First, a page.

Nota bene: "Cold turkey" describes the actions of a person who abruptly gives up a habit or addiction rather than gradually easing the process through gradual reduction or by using replacement medication." 

In the case of dependence upon certain drugs, including opiates such as heroin, going cold turkey may be extremely unpleasant, but less dangerous. Life-threatening issues are unlikely without a pre-existing medical condition." - source Wikipedia.

On a side note we chuckled when the future of the Fed stated the following in relation to Gold:
“Well, I don’t think anybody has a very good model of what makes gold prices go up or down,” - Janet Yellen.

It seems to us that Janet Yellen seems oblivious to "Cantillon Effects", and the return of the Gibson paradox, and as far as "tapering" is concerned we think that "the Buying will continue until moral improves" but we ramble again:
“A strong recovery will ultimately enable the Fed to reduce its monetary accommodation and reliance on unconventional policy tools such as asset purchases” - Janet Yellen

While everyone has been focusing on the Fed's "tapering" stance since May 2013, for us the "real game changer" in 2013 has no doubt been the true elephant in the room, namely Japan's truly aggressive reflation policy. Therefore this week, we will focus our attention back to Japan.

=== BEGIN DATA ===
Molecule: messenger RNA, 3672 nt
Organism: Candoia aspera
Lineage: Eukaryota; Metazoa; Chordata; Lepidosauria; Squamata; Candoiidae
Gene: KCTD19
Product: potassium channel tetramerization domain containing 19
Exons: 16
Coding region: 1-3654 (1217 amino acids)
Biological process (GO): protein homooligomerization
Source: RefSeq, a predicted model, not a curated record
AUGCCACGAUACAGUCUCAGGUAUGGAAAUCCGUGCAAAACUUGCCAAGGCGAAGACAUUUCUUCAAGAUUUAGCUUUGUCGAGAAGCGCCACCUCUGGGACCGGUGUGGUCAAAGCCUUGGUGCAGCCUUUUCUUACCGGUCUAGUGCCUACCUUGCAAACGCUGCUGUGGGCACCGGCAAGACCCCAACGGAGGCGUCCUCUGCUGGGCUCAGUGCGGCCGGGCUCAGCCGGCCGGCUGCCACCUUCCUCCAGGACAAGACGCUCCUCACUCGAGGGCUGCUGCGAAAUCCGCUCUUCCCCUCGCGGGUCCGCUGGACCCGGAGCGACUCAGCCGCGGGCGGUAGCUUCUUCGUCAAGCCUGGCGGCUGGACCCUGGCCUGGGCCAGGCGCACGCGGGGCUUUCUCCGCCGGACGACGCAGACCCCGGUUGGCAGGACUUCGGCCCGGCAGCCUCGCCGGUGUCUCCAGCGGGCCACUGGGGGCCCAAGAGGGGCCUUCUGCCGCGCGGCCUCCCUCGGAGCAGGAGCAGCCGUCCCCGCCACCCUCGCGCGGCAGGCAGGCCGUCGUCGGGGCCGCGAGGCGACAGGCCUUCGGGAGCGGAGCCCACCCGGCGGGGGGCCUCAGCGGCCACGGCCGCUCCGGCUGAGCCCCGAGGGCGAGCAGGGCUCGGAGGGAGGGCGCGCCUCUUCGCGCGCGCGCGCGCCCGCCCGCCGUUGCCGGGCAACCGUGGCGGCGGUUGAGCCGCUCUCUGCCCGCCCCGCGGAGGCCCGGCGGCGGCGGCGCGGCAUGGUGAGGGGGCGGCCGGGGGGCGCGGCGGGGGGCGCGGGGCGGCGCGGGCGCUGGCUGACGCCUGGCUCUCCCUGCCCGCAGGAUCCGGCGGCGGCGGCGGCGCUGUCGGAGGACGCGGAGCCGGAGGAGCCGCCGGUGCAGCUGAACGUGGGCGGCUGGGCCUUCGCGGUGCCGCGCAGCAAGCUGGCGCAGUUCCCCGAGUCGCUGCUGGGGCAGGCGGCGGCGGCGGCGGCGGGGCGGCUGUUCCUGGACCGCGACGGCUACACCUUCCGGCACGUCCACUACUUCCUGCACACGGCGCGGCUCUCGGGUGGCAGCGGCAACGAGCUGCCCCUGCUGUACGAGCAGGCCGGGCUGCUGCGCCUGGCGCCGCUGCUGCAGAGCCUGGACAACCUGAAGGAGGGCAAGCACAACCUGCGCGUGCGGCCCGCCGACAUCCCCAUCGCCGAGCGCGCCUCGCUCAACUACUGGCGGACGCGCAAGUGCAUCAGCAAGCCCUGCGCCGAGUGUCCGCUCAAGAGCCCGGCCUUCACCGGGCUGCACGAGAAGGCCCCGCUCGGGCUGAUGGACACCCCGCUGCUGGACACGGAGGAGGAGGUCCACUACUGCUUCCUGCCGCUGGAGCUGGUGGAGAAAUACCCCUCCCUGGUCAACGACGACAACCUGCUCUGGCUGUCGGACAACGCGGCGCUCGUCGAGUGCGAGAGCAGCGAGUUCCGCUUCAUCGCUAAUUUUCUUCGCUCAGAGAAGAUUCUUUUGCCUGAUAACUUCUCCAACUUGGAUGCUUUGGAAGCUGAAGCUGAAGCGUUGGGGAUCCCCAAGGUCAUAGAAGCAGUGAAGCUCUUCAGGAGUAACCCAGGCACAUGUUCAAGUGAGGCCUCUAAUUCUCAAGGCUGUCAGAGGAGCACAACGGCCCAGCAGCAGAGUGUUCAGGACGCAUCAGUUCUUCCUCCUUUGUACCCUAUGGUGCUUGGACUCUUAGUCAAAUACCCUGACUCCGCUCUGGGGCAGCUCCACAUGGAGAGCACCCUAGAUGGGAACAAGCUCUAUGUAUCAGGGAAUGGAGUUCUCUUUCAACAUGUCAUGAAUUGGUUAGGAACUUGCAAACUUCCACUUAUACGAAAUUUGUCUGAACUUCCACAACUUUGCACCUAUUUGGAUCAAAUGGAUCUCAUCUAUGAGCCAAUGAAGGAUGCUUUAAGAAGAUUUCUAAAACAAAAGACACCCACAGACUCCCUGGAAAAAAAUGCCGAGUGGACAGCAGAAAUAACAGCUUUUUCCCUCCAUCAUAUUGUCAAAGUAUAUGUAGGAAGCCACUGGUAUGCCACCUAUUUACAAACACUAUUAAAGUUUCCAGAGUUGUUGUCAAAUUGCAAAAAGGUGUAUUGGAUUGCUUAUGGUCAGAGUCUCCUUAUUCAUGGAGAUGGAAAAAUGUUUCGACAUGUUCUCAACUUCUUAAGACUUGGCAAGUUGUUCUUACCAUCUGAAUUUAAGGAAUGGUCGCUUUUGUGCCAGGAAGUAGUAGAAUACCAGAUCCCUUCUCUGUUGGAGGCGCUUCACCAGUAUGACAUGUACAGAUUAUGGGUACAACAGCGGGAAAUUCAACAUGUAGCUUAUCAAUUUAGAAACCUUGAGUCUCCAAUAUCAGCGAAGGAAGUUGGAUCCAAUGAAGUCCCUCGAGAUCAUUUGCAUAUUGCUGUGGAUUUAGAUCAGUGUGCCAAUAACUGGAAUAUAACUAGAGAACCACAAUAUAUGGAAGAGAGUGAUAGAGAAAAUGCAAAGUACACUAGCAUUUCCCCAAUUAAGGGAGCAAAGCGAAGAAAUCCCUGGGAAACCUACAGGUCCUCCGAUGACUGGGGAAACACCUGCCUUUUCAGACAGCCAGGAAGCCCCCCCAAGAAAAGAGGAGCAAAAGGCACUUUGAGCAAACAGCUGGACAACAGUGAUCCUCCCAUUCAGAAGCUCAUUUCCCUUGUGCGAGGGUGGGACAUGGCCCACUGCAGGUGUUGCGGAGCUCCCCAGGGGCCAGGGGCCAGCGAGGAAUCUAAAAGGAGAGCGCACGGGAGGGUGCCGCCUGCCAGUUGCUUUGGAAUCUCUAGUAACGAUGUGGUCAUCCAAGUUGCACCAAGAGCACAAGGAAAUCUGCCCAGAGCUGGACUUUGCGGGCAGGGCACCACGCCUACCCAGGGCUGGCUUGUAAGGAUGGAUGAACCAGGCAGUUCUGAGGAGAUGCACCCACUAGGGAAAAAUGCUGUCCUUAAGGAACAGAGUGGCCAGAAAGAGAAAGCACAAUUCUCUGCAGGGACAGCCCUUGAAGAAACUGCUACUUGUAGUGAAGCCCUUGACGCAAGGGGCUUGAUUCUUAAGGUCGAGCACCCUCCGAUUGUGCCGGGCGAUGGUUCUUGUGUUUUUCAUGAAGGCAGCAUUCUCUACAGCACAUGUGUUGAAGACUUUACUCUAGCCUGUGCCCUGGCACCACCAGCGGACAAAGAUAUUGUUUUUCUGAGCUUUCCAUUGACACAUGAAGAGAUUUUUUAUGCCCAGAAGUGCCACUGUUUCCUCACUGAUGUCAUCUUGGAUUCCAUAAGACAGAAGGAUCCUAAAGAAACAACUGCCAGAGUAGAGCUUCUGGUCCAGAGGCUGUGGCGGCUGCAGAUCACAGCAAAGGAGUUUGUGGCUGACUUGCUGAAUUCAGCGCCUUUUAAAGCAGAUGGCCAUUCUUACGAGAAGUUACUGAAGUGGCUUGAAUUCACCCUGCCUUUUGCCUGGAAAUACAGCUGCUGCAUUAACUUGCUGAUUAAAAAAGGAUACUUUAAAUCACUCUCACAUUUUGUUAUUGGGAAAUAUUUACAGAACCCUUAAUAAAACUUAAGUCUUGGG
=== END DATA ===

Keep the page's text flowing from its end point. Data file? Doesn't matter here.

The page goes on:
Japan has already been the subject of numerous posts already on Macronomics, such as "Big in Japan", "Japan - the rise of the Kagemusha", "If at first you don't succeed..." or  "Have Emerging Equities been the victims of currency wars?".

Of course when one looks at the relative performance of the MSCI Emerging versus the S&P 500, one can easily see that EM equities have been clearly lagging. Emerging markets (MXEF) have underperformed the S&P 500 - source Bloomberg:

But as we posited in early 2013, Emerging Markets have indeed been the victim of "Abenomics" given in a Pareto efficient economic allocation, no one can be made better off without making at least one individual worse off.

It has clearly been the case for Emerging Markets which have been lagging as well the surge in the Nikkei index - graph source Bloomberg:

The aggressiveness in the reflation trade has once again been further illustrated by Friday's price action, which saw the Nikkei surge by 1.95% and the Topix by 1.68% - graph source Barclays / Bloomberg: